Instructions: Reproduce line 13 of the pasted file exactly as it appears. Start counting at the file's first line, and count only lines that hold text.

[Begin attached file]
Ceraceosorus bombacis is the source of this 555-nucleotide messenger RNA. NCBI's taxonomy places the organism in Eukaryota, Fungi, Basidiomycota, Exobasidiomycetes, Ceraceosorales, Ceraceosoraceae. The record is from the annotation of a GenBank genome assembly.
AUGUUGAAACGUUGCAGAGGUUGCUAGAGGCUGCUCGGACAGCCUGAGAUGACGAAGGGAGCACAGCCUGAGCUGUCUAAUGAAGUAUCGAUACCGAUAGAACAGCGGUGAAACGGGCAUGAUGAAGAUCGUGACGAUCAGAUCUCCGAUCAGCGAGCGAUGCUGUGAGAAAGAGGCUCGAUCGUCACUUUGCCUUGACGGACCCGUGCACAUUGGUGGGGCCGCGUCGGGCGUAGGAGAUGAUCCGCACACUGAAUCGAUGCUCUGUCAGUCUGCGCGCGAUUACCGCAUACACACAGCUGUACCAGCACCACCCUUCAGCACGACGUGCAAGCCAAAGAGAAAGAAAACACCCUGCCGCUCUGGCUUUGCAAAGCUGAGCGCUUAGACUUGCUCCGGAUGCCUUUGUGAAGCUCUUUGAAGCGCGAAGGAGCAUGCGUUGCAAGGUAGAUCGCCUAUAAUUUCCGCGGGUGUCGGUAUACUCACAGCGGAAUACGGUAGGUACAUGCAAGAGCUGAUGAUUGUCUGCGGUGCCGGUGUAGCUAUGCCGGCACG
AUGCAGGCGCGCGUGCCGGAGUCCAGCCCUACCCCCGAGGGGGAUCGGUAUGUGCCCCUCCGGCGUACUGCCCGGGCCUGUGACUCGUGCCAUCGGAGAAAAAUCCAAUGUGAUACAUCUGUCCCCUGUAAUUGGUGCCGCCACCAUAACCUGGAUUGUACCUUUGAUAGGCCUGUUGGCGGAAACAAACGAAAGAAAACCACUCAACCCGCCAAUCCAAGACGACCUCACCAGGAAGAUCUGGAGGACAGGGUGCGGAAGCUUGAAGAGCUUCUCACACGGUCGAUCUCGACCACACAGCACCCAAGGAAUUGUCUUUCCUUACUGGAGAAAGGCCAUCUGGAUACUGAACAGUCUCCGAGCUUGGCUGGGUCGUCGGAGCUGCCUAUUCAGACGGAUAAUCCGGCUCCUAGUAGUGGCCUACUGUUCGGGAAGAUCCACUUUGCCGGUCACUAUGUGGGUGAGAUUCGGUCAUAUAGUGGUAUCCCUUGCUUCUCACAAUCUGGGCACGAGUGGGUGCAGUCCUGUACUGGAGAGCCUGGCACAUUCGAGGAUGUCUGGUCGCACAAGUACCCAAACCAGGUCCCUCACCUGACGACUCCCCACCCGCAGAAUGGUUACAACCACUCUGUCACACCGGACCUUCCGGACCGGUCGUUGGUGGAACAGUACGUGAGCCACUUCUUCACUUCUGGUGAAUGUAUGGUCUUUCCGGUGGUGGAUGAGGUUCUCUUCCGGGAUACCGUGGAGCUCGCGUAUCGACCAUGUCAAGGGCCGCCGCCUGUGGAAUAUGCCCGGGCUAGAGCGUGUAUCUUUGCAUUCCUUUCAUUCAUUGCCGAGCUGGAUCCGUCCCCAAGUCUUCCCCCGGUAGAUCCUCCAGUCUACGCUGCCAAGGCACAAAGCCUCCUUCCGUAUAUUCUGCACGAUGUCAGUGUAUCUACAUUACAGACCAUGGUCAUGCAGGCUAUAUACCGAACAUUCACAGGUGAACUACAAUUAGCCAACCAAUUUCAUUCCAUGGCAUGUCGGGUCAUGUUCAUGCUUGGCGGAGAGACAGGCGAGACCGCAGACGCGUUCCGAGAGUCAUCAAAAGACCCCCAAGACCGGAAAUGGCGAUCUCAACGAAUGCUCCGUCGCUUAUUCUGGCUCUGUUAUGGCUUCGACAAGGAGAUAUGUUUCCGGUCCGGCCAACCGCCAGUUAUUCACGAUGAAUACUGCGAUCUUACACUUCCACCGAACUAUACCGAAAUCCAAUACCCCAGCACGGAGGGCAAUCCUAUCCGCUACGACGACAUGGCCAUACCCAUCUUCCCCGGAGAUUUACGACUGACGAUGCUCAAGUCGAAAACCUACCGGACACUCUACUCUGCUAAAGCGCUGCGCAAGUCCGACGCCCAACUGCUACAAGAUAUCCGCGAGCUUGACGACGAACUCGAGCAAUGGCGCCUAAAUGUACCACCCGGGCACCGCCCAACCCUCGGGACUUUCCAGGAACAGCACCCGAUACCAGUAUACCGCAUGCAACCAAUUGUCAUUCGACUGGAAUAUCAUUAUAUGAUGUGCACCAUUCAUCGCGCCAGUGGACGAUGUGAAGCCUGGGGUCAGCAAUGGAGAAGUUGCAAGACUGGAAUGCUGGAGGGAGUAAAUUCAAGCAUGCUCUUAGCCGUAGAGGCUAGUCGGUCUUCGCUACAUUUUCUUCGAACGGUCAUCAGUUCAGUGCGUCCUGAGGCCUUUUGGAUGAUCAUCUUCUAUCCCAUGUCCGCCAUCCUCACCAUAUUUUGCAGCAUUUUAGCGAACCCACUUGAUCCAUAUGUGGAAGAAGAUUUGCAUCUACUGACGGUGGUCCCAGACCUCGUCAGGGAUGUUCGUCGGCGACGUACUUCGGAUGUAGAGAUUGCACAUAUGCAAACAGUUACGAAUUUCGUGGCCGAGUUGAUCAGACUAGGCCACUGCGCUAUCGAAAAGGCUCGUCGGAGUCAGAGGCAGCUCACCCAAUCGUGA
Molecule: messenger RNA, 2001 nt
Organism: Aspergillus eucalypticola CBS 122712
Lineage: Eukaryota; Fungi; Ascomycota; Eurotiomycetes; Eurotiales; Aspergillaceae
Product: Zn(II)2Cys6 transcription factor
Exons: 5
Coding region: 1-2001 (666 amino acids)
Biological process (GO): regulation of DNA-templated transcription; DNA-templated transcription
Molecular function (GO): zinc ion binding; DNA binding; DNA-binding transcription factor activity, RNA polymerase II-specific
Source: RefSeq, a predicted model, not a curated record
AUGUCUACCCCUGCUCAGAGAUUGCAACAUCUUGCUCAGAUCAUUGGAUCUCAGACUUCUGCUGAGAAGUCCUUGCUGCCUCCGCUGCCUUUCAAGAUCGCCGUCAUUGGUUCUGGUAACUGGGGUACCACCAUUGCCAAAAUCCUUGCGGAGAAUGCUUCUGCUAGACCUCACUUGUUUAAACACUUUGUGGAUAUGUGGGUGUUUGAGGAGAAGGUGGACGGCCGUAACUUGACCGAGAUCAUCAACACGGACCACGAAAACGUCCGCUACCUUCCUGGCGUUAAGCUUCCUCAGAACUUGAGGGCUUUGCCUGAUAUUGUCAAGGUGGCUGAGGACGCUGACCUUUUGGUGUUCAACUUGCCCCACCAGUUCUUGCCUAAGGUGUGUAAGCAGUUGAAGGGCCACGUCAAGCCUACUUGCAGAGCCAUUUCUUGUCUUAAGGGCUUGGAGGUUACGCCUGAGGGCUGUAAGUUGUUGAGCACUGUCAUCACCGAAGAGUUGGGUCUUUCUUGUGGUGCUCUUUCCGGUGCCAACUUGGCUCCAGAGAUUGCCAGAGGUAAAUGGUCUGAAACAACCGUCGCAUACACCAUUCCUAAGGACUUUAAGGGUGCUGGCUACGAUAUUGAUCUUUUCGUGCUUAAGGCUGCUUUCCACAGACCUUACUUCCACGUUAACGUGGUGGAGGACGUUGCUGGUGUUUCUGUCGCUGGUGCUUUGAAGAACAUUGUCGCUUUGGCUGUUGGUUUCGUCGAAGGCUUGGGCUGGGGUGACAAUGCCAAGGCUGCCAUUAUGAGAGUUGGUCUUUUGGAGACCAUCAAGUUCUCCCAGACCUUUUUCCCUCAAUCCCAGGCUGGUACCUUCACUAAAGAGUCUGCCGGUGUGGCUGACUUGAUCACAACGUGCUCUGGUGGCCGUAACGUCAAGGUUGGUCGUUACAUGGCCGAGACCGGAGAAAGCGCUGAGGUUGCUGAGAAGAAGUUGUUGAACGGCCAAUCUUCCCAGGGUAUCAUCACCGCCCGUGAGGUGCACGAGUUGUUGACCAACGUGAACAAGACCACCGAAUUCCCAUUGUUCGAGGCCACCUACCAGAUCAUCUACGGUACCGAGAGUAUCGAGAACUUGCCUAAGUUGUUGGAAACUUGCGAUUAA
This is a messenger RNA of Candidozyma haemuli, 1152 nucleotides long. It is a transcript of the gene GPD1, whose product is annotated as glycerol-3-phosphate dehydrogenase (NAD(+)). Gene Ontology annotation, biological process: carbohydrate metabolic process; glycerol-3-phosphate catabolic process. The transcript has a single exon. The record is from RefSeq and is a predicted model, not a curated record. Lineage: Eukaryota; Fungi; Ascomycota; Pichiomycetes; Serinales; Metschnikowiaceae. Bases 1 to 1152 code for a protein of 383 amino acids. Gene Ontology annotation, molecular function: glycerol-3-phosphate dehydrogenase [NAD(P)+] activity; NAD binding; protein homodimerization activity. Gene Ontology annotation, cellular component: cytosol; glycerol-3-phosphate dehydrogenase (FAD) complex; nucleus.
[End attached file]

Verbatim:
AUGUCUACCCCUGCUCAGAGAUUGCAACAUCUUGCUCAGAUCAUUGGAUCUCAGACUUCUGCUGAGAAGUCCUUGCUGCCUCCGCUGCCUUUCAAGAUCGCCGUCAUUGGUUCUGGUAACUGGGGUACCACCAUUGCCAAAAUCCUUGCGGAGAAUGCUUCUGCUAGACCUCACUUGUUUAAACACUUUGUGGAUAUGUGGGUGUUUGAGGAGAAGGUGGACGGCCGUAACUUGACCGAGAUCAUCAACACGGACCACGAAAACGUCCGCUACCUUCCUGGCGUUAAGCUUCCUCAGAACUUGAGGGCUUUGCCUGAUAUUGUCAAGGUGGCUGAGGACGCUGACCUUUUGGUGUUCAACUUGCCCCACCAGUUCUUGCCUAAGGUGUGUAAGCAGUUGAAGGGCCACGUCAAGCCUACUUGCAGAGCCAUUUCUUGUCUUAAGGGCUUGGAGGUUACGCCUGAGGGCUGUAAGUUGUUGAGCACUGUCAUCACCGAAGAGUUGGGUCUUUCUUGUGGUGCUCUUUCCGGUGCCAACUUGGCUCCAGAGAUUGCCAGAGGUAAAUGGUCUGAAACAACCGUCGCAUACACCAUUCCUAAGGACUUUAAGGGUGCUGGCUACGAUAUUGAUCUUUUCGUGCUUAAGGCUGCUUUCCACAGACCUUACUUCCACGUUAACGUGGUGGAGGACGUUGCUGGUGUUUCUGUCGCUGGUGCUUUGAAGAACAUUGUCGCUUUGGCUGUUGGUUUCGUCGAAGGCUUGGGCUGGGGUGACAAUGCCAAGGCUGCCAUUAUGAGAGUUGGUCUUUUGGAGACCAUCAAGUUCUCCCAGACCUUUUUCCCUCAAUCCCAGGCUGGUACCUUCACUAAAGAGUCUGCCGGUGUGGCUGACUUGAUCACAACGUGCUCUGGUGGCCGUAACGUCAAGGUUGGUCGUUACAUGGCCGAGACCGGAGAAAGCGCUGAGGUUGCUGAGAAGAAGUUGUUGAACGGCCAAUCUUCCCAGGGUAUCAUCACCGCCCGUGAGGUGCACGAGUUGUUGACCAACGUGAACAAGACCACCGAAUUCCCAUUGUUCGAGGCCACCUACCAGAUCAUCUACGGUACCGAGAGUAUCGAGAACUUGCCUAAGUUGUUGGAAACUUGCGAUUAA